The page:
Take Advantage of Exhibition Mode - When you have a webOS docked, it enters what is called "Exhibition mode." In that mode it is very much just a display of information while it charges. Typically you get a clock and a calendar... and the phone knows to go into speaker-phone mode on incoming calls. For a tablet it would make sense to double as a digital photo frame. Because Exhibition modes can be customized, I can imagine an application that delivers a rich widget-based experience on a tablet. For example, it could fit a clock, calendar, weather, stock ticker, news feed, etc.
Inductive Charging - One of the unsung features of the Palm Pre was inductive charging. You just set it on the Palm Touchstone and its charging. There's no cords to mess with. Magnets in the Touchstone keep the phone orientated and angled towards the user, so at the office you have a second screen in Exhibition mode.
Focus on Driving Experience - I would love to have a 7-inch GPS.
Premium Audio - The rumors say the tablet will come with premium audio. HP has a partnership with Beats by Dr. Dre. From what I've heard these headphones and speakers are Bose-quality. That's a nice advantage over the iOS and Android tablets.
Partner with Amazon - The former CEO of Palm John Rubinstein joined Amazon's Board of Directors late last year. Perhaps HP/Palm could leverage Amazon's deals with music to create an iTunes competitor as well as have webOS power a color Kindle (like Android powers the Color Nook for Barnes and Noble).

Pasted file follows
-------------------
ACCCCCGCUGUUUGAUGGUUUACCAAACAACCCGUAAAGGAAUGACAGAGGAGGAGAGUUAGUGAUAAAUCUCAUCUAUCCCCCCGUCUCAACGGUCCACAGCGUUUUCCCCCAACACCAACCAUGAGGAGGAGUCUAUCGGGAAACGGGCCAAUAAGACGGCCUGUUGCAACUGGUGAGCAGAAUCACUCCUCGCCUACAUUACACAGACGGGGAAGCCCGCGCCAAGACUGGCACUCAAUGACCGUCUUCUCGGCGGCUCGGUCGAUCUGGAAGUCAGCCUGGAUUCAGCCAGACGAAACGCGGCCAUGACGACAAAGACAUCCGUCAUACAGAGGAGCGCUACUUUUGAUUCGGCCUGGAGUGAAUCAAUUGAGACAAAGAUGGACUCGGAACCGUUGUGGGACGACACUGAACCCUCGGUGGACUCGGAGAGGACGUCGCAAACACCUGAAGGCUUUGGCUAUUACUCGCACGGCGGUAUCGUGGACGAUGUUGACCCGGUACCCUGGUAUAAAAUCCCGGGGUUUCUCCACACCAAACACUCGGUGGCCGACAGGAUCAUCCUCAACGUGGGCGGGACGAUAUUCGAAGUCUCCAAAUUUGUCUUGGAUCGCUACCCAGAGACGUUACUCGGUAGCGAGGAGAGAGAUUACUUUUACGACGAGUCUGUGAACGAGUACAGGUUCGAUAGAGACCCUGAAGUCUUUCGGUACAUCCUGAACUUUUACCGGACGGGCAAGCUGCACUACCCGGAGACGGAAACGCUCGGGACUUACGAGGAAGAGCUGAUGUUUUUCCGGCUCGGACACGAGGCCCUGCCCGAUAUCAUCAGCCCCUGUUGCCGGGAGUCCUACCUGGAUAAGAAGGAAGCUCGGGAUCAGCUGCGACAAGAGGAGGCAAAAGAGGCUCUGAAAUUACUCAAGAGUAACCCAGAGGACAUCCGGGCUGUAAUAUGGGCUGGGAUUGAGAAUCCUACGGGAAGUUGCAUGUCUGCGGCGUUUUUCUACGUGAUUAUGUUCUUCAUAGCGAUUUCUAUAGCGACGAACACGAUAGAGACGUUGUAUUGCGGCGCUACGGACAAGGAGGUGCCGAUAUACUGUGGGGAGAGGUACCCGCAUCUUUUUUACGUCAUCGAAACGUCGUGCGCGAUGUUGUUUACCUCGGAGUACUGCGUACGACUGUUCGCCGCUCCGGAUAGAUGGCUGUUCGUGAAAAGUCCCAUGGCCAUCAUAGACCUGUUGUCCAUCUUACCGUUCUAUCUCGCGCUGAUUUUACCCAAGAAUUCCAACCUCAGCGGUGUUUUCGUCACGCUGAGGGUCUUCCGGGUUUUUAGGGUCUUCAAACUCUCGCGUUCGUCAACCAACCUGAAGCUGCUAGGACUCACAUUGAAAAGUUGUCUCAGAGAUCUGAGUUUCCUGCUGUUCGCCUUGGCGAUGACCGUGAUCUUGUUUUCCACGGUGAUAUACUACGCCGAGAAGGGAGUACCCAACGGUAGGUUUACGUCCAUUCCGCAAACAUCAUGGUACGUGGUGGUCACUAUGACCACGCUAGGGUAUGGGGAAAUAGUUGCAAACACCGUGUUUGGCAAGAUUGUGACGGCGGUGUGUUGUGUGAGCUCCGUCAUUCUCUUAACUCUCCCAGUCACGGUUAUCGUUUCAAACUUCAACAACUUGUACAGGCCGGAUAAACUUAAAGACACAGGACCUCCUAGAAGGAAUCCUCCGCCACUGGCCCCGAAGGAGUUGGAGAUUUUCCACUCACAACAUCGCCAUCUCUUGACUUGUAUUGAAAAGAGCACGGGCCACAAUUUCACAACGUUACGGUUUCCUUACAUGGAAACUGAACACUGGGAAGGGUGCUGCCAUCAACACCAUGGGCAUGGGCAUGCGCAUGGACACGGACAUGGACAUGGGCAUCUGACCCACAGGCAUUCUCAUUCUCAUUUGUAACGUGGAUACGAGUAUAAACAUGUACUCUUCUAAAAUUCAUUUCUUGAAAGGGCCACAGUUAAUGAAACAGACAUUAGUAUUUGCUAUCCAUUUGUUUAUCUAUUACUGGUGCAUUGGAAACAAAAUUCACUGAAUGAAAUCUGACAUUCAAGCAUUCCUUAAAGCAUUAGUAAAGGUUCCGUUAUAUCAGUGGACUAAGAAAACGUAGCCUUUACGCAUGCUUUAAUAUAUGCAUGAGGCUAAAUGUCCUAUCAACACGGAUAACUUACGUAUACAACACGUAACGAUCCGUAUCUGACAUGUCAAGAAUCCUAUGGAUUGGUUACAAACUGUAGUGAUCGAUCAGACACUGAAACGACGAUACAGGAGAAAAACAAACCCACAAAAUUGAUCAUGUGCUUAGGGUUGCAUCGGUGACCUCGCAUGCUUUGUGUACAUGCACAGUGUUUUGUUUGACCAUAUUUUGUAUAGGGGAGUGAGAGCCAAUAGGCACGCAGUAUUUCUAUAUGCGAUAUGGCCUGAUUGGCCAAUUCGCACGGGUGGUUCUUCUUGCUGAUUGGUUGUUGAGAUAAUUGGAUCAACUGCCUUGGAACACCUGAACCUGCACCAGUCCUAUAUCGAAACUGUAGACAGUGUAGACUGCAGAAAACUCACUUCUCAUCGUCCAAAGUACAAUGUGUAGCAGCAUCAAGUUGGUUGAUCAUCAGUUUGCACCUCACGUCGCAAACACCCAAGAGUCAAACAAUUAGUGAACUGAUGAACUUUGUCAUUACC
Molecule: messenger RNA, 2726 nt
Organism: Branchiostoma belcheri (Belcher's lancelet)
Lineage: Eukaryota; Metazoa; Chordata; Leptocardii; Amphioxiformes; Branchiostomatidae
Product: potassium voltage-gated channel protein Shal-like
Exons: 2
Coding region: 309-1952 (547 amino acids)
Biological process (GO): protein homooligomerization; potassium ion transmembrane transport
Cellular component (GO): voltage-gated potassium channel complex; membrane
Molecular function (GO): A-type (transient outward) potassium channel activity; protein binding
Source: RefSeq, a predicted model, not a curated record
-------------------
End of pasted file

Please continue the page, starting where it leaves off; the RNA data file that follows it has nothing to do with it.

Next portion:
Subsidize Applications, Especially Quality Ones - Apple iOS and Google Android have a hundreds of thousands of applications. While HP/Palm doesn't need a bunch of flatulence applications, it does need to have a lot of them - people like what they can quantify. However, they also need to have the quality ones. They need to partner with banks to get the "take a picture" check deposit. They should get a Netflix Instant Play app on there. Hulu should be subsidized join the party. There should be apps for watching all the major sports in real-time (as long as users pay for the subscription service).
Compete on Price - I'm sure that HP/Palm doesn't want to hear this, but they need to be a loss leader for a while. They need to get devices into the hands of people and win back all the fans they had from the Palm V days.
Pull in the Partnerships - HP has many business distribution channels. It's time for HP to start pushing this out to the enterprise customers.
Ship it Soon - Every day that the goes by without a device being available to people is a day that webOS loses mind-share. HP/Palm needs to get things in people's hands quickly.
Can HP Pull it Off?
They can if they want to. They have to be hungry and willing to go "all-in" with it as they said they'd do in the past. They have the money to hire developers and can take the hit to compete on price. The technology exists to do much of what I've outlined here... and they've certainly had the time to build a lot of them.
Will they pull it off? I can hope so. The market could use more competition. I'm trying not to get my hopes up. It would be nice to have a webOS printer/scanner/fax so that it will actually work as it is supposed to.